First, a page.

The National Museum of Flight at East Fortune, North Berwick is home to commercial aeroplanes as well as military ones, and most of those ones you can actually board and have a look around.
Below is a Dan Air Comet.
And its cockpit.
A British Airways BAC 1-11
Now I have to admit that I had never heard of Sheila Scott, but she flew solo around the world in 1966, in 33 days in her ‘plane Myth Too.
It’s a Piper Comanche and as you can see from the photo it’s quite bashed up, but this damage was inflicted on Myth Too by the man that it was sold to! You would think she would want to hold onto that ‘plane but maybe she needed to sell it to buy another one.
And now for Concorde.
Concorde’s engines and fuselage.
Jack standing underneath Concorde.
And Concorde’s cockpit which I have to say looks absolutely terrifying to me.
This Concorde had to have its wings temporarily removed when it was put on a barge on the Thames as part of its journey to East Fortune, the landing strips there aren’t quite long enough for Concorde to be able to fly there. You can see the photos here.
You can read about it here.
One day last month we visited The National Museum of Flight at East Fortune airfield in North Berwick for the first time. It’s a great place, there’s so much to see, including an actual Concorde!
Quite a lot of the original buildings are still in existence, during both world wars this place was bustling with activity, and had thousands of men and women from many various countries stationed here. It’s obviously on a large rural site and the closest town is North Berwick, not that that is exactly a metropolis.
Below is a photo of the control tower.
There’s a good mixture of civilian and military aeroplanes, below is a Hawker Harrier jet.
A Messerschmidt Komet.
A New Zealand War Memorial.
An ejector seat from the 1960s.
And beside it is displayed this actual World War 1 Sopwith Camel seat which is made of wickerwork and looks like a cut down garden chair.
We had to visit the cafe of course and it’s decorated with lots of stylish replica posters. I had hoped that they would have some for sale in the shop but of course they didn’t. The poster below is displayed in the museum, from the days when air displays were all the rage, this one took place not that far from where I live.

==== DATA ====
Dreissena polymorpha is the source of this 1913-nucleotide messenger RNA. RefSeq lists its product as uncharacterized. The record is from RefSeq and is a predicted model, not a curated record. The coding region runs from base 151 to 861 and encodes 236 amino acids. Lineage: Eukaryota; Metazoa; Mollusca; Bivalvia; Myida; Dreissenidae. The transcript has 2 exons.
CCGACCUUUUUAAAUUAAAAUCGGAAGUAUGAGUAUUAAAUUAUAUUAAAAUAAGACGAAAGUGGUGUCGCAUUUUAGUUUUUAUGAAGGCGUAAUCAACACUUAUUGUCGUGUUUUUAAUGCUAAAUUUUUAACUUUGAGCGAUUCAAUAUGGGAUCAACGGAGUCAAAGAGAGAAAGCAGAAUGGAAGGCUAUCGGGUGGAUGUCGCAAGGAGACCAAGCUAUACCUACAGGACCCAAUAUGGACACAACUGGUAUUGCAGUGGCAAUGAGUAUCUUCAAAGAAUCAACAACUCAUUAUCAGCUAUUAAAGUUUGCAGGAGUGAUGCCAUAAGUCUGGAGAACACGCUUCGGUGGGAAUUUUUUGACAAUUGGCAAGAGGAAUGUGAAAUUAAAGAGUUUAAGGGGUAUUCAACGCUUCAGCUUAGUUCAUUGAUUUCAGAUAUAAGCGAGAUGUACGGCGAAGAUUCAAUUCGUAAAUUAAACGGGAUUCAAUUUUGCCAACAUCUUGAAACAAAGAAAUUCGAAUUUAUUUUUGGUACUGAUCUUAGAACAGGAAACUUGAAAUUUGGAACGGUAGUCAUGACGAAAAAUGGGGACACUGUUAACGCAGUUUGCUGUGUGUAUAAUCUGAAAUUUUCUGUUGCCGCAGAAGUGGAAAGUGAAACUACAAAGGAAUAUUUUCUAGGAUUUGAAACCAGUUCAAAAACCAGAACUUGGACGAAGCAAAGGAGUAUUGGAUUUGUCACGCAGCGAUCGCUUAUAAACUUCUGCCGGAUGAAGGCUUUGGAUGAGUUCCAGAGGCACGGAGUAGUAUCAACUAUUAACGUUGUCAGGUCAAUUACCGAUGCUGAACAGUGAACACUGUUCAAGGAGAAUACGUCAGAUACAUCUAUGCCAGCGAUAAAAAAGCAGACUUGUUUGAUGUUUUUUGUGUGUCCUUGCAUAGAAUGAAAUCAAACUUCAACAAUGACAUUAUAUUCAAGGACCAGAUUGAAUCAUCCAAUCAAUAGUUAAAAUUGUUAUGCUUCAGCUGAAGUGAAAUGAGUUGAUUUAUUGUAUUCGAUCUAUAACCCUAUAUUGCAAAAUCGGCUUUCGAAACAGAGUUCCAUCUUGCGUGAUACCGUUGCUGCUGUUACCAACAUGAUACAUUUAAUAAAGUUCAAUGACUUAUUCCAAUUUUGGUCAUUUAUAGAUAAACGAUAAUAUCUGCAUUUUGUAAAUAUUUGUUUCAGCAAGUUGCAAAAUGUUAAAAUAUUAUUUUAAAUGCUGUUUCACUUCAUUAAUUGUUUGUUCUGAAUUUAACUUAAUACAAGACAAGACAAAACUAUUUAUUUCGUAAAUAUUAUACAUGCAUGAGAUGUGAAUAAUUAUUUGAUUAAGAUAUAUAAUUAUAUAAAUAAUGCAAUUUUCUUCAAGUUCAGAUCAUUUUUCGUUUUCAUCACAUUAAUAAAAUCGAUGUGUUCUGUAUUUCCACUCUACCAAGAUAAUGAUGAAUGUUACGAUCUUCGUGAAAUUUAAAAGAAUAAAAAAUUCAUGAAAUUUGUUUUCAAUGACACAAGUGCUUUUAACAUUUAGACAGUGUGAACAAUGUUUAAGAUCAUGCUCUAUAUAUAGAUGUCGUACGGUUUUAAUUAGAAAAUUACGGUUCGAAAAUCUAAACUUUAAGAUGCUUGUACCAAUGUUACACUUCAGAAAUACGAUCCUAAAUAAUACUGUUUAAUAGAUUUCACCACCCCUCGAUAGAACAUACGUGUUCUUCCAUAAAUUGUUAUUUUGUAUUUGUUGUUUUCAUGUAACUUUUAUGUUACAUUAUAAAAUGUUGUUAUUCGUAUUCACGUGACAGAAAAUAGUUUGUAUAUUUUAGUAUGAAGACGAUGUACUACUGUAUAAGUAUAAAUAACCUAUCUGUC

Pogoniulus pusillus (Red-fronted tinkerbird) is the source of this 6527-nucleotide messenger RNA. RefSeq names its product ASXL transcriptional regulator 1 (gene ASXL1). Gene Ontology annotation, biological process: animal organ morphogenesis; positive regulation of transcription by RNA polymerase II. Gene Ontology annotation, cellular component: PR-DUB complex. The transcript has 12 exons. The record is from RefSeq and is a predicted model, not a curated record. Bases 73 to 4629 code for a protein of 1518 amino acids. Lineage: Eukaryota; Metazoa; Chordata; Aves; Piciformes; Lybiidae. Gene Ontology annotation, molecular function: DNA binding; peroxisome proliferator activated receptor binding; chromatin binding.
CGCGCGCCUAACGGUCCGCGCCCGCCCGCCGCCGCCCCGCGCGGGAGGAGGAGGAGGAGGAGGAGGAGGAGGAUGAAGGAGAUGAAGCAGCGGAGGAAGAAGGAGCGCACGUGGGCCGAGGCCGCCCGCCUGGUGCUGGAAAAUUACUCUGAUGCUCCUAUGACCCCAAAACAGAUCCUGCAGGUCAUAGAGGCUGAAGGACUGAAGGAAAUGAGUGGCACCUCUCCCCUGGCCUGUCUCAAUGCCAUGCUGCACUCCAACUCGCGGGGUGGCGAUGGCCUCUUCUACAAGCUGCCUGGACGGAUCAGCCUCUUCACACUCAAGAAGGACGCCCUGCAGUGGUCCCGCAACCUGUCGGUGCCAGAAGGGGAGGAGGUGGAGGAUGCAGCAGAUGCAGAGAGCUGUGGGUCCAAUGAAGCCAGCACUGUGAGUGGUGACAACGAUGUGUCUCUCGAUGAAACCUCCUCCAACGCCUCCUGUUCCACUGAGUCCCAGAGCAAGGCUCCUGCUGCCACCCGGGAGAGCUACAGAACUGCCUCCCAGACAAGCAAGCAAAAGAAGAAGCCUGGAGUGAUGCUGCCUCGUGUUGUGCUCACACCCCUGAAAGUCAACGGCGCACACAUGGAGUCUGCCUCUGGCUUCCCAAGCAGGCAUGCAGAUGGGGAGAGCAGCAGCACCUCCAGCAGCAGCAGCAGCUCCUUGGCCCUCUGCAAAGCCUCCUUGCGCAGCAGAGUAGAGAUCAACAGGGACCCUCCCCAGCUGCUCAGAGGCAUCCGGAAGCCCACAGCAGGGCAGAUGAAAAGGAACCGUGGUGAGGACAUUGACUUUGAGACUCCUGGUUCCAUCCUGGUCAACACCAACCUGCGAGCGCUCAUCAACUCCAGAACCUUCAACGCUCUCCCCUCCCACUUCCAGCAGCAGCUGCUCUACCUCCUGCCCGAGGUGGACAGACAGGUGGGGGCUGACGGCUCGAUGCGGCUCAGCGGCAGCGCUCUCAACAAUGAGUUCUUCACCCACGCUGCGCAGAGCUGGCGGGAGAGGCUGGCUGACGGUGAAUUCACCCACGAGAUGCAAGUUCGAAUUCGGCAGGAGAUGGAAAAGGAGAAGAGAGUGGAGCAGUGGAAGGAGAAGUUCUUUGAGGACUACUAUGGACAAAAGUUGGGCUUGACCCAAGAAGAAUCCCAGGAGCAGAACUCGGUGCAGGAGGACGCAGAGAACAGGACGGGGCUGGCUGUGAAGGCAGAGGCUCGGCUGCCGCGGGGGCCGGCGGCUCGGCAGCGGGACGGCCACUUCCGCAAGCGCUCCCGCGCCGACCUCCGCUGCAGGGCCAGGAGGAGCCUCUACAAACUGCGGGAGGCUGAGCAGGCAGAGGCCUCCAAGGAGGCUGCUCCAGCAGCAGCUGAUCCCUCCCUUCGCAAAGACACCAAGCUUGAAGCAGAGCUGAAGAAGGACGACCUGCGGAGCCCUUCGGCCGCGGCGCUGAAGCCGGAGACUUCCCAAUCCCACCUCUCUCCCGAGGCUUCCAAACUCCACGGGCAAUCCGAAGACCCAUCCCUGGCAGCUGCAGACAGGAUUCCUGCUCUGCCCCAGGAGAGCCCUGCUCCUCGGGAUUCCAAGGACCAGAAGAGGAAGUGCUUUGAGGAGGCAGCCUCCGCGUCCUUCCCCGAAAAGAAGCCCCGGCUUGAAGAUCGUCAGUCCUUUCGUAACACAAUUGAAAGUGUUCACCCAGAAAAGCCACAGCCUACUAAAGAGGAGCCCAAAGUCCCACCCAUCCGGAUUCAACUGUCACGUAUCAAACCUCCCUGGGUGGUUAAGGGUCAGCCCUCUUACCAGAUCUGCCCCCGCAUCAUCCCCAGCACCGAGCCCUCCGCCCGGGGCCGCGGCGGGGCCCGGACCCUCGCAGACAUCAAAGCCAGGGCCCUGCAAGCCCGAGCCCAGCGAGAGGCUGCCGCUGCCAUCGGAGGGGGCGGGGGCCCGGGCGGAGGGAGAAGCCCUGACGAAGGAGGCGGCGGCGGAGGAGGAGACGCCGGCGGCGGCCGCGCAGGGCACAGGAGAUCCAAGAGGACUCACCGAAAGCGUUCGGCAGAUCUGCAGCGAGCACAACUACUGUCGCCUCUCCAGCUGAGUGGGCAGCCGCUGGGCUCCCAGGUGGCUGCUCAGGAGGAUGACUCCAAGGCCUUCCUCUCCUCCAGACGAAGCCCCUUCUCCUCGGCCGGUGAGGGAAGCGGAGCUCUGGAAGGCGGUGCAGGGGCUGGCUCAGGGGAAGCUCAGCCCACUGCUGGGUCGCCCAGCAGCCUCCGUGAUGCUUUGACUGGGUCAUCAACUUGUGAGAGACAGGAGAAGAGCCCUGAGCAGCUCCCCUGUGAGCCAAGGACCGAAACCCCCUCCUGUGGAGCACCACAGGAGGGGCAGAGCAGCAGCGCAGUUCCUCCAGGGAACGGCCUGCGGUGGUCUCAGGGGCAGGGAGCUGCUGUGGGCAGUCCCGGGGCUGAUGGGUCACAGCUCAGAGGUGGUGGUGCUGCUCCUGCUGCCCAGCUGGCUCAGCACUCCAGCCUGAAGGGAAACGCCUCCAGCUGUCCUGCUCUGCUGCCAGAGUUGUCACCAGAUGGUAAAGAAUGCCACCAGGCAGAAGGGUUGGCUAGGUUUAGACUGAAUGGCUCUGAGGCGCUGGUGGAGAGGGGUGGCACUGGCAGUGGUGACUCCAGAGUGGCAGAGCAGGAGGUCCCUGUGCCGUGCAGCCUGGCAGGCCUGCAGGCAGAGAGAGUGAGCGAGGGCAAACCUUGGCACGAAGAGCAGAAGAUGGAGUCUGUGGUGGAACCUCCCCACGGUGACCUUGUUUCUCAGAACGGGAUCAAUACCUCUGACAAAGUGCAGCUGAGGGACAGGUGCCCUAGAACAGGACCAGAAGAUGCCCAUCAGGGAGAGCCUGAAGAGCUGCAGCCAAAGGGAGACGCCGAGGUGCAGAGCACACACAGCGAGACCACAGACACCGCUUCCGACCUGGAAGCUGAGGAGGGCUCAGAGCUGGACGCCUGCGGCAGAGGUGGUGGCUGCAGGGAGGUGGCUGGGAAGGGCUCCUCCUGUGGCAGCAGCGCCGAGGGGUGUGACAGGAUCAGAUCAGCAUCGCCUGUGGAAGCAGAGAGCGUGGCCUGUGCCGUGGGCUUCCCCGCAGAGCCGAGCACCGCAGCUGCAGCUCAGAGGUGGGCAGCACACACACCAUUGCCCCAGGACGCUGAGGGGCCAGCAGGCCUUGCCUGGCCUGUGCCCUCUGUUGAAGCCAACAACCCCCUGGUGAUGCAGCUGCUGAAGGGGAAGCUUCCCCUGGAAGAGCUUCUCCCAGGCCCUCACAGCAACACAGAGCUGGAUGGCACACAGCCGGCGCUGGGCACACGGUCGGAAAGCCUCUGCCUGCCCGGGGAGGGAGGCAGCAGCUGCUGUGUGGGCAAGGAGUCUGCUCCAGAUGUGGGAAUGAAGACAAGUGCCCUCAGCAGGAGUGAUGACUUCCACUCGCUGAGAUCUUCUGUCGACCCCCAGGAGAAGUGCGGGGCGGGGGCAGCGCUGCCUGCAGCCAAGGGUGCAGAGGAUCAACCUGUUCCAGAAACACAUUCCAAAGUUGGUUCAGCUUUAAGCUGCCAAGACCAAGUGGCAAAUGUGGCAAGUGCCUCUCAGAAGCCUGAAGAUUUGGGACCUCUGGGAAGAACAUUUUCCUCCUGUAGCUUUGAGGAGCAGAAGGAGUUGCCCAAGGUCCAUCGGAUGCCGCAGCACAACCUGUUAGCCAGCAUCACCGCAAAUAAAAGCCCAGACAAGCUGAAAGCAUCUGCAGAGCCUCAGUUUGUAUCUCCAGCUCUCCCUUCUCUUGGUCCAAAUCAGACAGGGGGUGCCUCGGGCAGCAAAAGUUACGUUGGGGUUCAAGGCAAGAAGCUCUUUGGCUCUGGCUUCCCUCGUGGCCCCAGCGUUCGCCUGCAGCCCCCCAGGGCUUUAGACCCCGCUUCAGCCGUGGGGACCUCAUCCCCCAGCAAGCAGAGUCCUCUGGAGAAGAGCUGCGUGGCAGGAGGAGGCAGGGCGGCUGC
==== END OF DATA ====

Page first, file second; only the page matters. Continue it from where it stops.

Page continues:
I took lots of photos, next time I’ll show some of the civilian aircraft – including Concorde.
East Fortune was first published in 2009 and it’s just the second one by James Runcie which I’ve read. I have to say that I didn’t enjoy this one as much as Sidney Chambers and the Shadow of Death. In fact I almost gave up reading it very early on because it begins with an unavoidable tragedy and I thought to myself – ‘Do I really want to be reading a possible doomfest of a book just before Christmas?’ Anyway I persevered and it wan’t until I was about two thirds of the way through the book that I really began to enjoy it.
The blurb on the front says ‘This gripping novel has only one major flaw – it was far too short – I wanted at least another 200 pages of these people and their lives.’ VICTORIA HISLOP
In a way I sort of agree with that statement but mainly because for me the whole thing pepped up towards the end. This would qualify for Peggy’s Read Scotland 2014 challenge as the setting is Scotland and Runcie now lives in Edinburgh.
It’s the story of the three Henderson brothers, now middle aged but still suffering from sibling rivalry, family expectations and disappointments. East Fortune is not far from Edinburgh and it’s where their family home is, when they return for their annual summer get together the usual tensions turn up too, made worse by the obvious frailty of their elderly parents.
I have to say that the author has done a good job of depicting middle aged family life, but it isn’t exactly uplifting, and if you’ve already been there then it isn’t something which you really want to spend your time reading about. I will read more by this author though as I think he is a good writer, it’s just the subject matter of this one which didn’t appeal to me so much.